Overcup Oak
Quercus lyrata

Family: Fagaceae (fag-AY-see-ee) (Info)
Genus: Quercus (KWER-kus) (Info)
Species: lyrata (ly-RAY-tuh) (Info)

Category:

Trees

Foliage Color:

Unknown - Tell us

Bloom Characteristics:

Unknown - Tell us

Water Requirements:

Drought-tolerant; suitable for xeriscaping

Average Water Needs; Water regularly; do not overwater

Requires consistently moist soil; do not let dry out between waterings

Very high moisture needs; suitable for bogs and water gardens

Where to Grow:

Unknown - Tell us

Height:

over 40 ft. (12 m)

Spacing:

over 40 ft. (12 m)

Hardiness:

USDA Zone 5a: to -28.8 C (-20 F)

USDA Zone 5b: to -26.1 C (-15 F)

USDA Zone 6a: to -23.3 C (-10 F)

USDA Zone 6b: to -20.5 C (-5 F)

USDA Zone 7a: to -17.7 C (0 F)

USDA Zone 7b: to -14.9 C (5 F)

USDA Zone 8a: to -12.2 C (10 F)

USDA Zone 8b: to -9.4 C (15 F)

Sun Exposure:

Sun to Partial Shade

Danger:

Parts of plant are poisonous if ingested

Bloom Color:

Pale Yellow

Chartreuse (Yellow-Green)

Pale Green

Bloom Time:

Late Winter/Early Spring

Mid Spring

Foliage:

Deciduous

Provides winter interest

Other details:

Unknown - Tell us

Soil pH requirements:

4.6 to 5.0 (highly acidic)

5.1 to 5.5 (strongly acidic)

5.6 to 6.0 (acidic)

6.1 to 6.5 (mildly acidic)

Patent Information:

Unknown - Tell us

Propagation Methods:

From seed; direct sow outdoors in fall

From seed; winter sow in vented containers, coldframe or unheated greenhouse

From seed; stratify if sowing indoors

Seed Collecting:

Allow unblemished fruit to ripen; clean and dry seeds

Properly cleaned, seed can be successfully stored

Regional

This plant has been said to grow in the following regions:

Atmore, Alabama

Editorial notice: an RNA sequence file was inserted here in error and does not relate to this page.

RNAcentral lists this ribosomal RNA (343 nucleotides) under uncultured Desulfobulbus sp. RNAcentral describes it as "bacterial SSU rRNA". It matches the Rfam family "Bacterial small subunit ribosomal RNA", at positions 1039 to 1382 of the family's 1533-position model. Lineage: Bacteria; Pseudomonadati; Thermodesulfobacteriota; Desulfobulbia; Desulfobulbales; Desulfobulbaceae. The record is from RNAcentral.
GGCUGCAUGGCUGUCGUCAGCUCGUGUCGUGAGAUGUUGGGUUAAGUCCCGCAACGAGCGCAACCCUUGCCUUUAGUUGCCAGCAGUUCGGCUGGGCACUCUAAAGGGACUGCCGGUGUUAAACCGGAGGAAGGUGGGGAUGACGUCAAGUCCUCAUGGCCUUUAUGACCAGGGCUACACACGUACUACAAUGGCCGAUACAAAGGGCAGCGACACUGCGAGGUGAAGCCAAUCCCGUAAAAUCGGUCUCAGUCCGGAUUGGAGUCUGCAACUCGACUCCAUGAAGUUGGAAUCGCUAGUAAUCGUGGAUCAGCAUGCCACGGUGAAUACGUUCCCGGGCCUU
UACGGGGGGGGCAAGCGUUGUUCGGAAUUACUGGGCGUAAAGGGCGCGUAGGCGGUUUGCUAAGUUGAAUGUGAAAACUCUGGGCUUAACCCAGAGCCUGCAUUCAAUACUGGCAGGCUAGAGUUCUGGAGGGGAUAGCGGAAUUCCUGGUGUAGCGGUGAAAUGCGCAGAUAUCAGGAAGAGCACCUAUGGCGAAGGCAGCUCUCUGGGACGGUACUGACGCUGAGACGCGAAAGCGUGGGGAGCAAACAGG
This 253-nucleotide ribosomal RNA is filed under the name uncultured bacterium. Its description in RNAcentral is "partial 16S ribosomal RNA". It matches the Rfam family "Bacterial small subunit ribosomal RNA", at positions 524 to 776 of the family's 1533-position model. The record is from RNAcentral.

Benton, Kentucky

Georgetown, Kentucky

Louisville, Kentucky

Vacherie, Louisiana

Inver Grove Heights, Minnesota

Saucier, Mississippi

Lincoln, Nebraska

Morehead City, North Carolina

Inman, South Carolina

Dickson, Tennessee

show all

Gardeners' Notes:

1
positive
2
neutrals
0
negatives
RatingContent
Positive

On Sep 15, 2007, escambiaguy from Atmore, AL (Zone 8b) wrote:

Although naturally found on low moist sites, this tree will also perform well on moist upland sites. We have a few of these trees growing in our town park and they survive the droughts with no problem. Overcup oak has a nice form with a rounded canopy. The acorns resemble those of Bur oak.

Neutral

On Dec 24, 2004, TREEHUGR from Now in Orlando, FL (Zone 9b) wrote:

Found almost always mesic, poorly drained sites / wetlands. Here in Florida, it's native range includes mostly the panhandle region.

I guess the reason for the name varies... My source the word lyrata refers to lyre shaped leaves.

Rounded growth shape. Fall leaf colors vary, yellow, red, brown.



Neutral

On Sep 14, 2002, mystic from Ewing, KY (Zone 6a) wrote:

This tree grows in wet areas and is often found growing in standing water in forests. The acorn cap almost completely covers the acorn cup.That's where the name Overcup Oak comes from.